Ducati has updated its popular Scrambler bike with some new goodies like daytime running lights, an upgraded dash, Bluetooth multimedia and Bosch's excellent Cornering ABS braking system. It has called this upgrade a "Joyvolution." Ducati, we need to talk.

The upgrades leave the Scrambler's iconic look almost unchanged. Side on, you'd struggle to spot anything new at all. But the handlebars are slightly higher and wider, the aluminum side panels on the tank a little "beefier," the seat a touch flatter and the suspension has been rejiggered in an attempt to make the riding position more comfy.

Bosch's Cornering ABS system is a worthy upgrade for any bike, allowing a much wider range of ham-fisted lever grabbing mid-corner without letting you lose the front or stand the bike up.

The hydraulic clutch now has a "softer" feel, and the lever is adjustable. The dash is also upgraded, with better switchgear, a gear position indicator and a fuel gauge – and since there's already an IMU in the bike now to inform the ABS system, the indicators are now self-canceling, as the bike now knows exactly what's happening in terms of lean angle, so it knows when you've left a corner.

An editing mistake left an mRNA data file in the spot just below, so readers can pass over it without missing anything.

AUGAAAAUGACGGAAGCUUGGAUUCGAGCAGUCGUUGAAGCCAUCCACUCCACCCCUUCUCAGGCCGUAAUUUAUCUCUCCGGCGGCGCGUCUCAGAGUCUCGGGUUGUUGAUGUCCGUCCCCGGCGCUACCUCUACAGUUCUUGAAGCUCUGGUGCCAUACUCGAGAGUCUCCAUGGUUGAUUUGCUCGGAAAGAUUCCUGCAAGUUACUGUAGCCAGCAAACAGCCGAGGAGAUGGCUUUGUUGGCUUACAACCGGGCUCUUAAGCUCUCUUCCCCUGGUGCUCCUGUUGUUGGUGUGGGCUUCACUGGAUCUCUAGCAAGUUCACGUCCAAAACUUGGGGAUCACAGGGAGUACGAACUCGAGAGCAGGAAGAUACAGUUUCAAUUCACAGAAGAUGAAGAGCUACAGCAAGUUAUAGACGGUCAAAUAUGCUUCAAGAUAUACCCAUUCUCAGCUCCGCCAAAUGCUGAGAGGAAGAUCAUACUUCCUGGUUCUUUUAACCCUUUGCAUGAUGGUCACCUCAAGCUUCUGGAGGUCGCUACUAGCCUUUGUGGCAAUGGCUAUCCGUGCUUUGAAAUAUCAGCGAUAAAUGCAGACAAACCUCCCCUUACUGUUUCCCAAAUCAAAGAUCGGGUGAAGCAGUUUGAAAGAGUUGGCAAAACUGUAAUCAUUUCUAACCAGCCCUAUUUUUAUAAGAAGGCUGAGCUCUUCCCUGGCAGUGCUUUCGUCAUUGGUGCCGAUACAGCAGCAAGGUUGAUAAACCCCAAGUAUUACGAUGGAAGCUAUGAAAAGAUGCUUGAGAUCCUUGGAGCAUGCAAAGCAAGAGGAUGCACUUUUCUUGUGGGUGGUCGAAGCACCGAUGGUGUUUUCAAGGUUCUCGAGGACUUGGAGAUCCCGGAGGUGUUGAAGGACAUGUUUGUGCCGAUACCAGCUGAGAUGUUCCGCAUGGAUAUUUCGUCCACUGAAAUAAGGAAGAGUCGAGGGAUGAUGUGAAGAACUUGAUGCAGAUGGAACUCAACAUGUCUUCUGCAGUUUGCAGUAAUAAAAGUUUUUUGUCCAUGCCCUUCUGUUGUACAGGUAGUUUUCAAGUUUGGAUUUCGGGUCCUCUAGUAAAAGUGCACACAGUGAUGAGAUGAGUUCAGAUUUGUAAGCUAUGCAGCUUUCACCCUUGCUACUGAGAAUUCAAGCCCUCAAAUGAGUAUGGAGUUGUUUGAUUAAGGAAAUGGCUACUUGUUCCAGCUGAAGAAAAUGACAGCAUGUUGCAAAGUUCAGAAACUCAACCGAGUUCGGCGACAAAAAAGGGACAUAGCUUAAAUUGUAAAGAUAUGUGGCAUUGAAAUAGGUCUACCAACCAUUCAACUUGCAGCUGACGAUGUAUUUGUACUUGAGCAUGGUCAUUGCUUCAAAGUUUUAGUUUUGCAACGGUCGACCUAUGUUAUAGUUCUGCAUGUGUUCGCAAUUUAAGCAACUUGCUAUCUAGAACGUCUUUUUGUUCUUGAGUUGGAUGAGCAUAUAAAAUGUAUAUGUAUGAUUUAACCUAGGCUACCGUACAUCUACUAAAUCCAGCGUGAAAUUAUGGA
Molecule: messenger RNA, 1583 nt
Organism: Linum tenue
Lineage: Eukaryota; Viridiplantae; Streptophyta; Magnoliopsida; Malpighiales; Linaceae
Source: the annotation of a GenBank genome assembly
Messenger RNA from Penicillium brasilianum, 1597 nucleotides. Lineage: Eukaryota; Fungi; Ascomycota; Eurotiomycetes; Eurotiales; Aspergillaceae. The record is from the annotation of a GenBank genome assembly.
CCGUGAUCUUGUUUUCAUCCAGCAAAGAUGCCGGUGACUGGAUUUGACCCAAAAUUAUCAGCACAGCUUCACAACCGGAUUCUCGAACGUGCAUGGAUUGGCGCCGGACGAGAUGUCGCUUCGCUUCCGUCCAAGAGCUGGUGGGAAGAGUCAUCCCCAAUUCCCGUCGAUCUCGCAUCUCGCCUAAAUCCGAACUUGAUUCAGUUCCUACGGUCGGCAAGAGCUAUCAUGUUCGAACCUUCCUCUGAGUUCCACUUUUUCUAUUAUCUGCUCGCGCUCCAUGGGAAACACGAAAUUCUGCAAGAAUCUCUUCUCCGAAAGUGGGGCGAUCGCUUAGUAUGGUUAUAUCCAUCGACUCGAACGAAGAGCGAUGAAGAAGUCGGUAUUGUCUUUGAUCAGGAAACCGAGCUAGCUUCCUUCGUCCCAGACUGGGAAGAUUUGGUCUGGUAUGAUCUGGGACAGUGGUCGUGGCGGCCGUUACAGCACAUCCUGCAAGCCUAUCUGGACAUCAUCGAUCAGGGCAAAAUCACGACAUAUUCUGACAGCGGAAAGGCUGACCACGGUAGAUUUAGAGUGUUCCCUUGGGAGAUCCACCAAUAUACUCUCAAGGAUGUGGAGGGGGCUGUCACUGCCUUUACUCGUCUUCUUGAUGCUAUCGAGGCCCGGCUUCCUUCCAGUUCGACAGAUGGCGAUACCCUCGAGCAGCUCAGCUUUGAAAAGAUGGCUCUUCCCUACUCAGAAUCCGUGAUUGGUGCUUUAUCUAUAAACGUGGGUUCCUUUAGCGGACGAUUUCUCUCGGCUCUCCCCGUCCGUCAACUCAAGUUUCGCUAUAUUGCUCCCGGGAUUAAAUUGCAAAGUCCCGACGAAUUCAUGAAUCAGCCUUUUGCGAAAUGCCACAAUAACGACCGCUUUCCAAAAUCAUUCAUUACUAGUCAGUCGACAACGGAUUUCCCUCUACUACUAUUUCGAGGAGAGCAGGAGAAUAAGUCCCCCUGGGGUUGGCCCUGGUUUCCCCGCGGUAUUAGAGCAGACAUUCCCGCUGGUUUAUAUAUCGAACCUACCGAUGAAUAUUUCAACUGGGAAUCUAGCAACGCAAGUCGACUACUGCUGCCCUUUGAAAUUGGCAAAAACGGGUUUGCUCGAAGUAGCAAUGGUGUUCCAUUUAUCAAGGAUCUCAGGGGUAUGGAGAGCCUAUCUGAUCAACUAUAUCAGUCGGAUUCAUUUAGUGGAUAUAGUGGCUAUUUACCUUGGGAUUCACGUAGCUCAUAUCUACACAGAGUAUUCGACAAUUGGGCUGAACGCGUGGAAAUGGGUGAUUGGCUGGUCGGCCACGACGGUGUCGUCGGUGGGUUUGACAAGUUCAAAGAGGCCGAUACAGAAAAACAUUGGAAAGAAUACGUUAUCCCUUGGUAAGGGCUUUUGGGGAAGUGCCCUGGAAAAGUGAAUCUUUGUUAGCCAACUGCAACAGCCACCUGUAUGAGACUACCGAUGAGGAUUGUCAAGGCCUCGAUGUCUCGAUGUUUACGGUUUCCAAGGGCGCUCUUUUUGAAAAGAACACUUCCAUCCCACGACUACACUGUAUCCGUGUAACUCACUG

The headlight is perhaps the most visible upgrade, since it's now got a big black X running through it (a nod, of course, to 70s-era race tape) and an angel eye-style LED daytime running light.

The multimedia system is a nice touch for connected riders, offering smartphone integration for media, phone call and intercom information and control. You can even read text messages on your dash. Mind you, the Bluetooth module is an optional extra.

Beyond that, it's seems the 803cc desmodromic V-twin engine is unchanged, making the same 73 hp (54 kW) it used to, although hopefully with a calmer delivery than the first Scramblers, which had a bit too much bite in first and second gear for our liking.

Together with this mild and sensible update, Ducati has doubled down on its hipster-focused marketing strategy with some exceptionally cringeworthy copy. Brace yourself.

"It's fair to say that it's no mere motorcycle, it's a veritable lifestyle. Free-spirited, go-getting and non-conformist, open to other cultures and styles, Ducati Scrambler has created a world – the 'Land of Joy' – where aficionados can share their experiences and ideals. A world in which the protagonists are not bikes or performance but people and their passions: music, cinema, art, photography, street food."

There's a hashtag – #joyvolution – where riders are supposed to start sharing pictures of their favorite fishbowl helmets, deconstructed lattes and pulled pork slaws. And a 24/7 stream of music custom curated for scrambling to, on the Scrambler Land of Joy website.

Now, it's fair to say the original ad campaign was even worse, and that the Scrambler's runaway success in 2015 was a gigantic boon for Ducati that nobody really saw coming. But boy, does this cheese and ham feel tired in 2018. And you can bet your bottom dollar anyone who owns one of these things is about to get texts from their riding buddies saying "how's the Joyvolution going, buddy? Joyvolving along nicely?"

Source: Ducati

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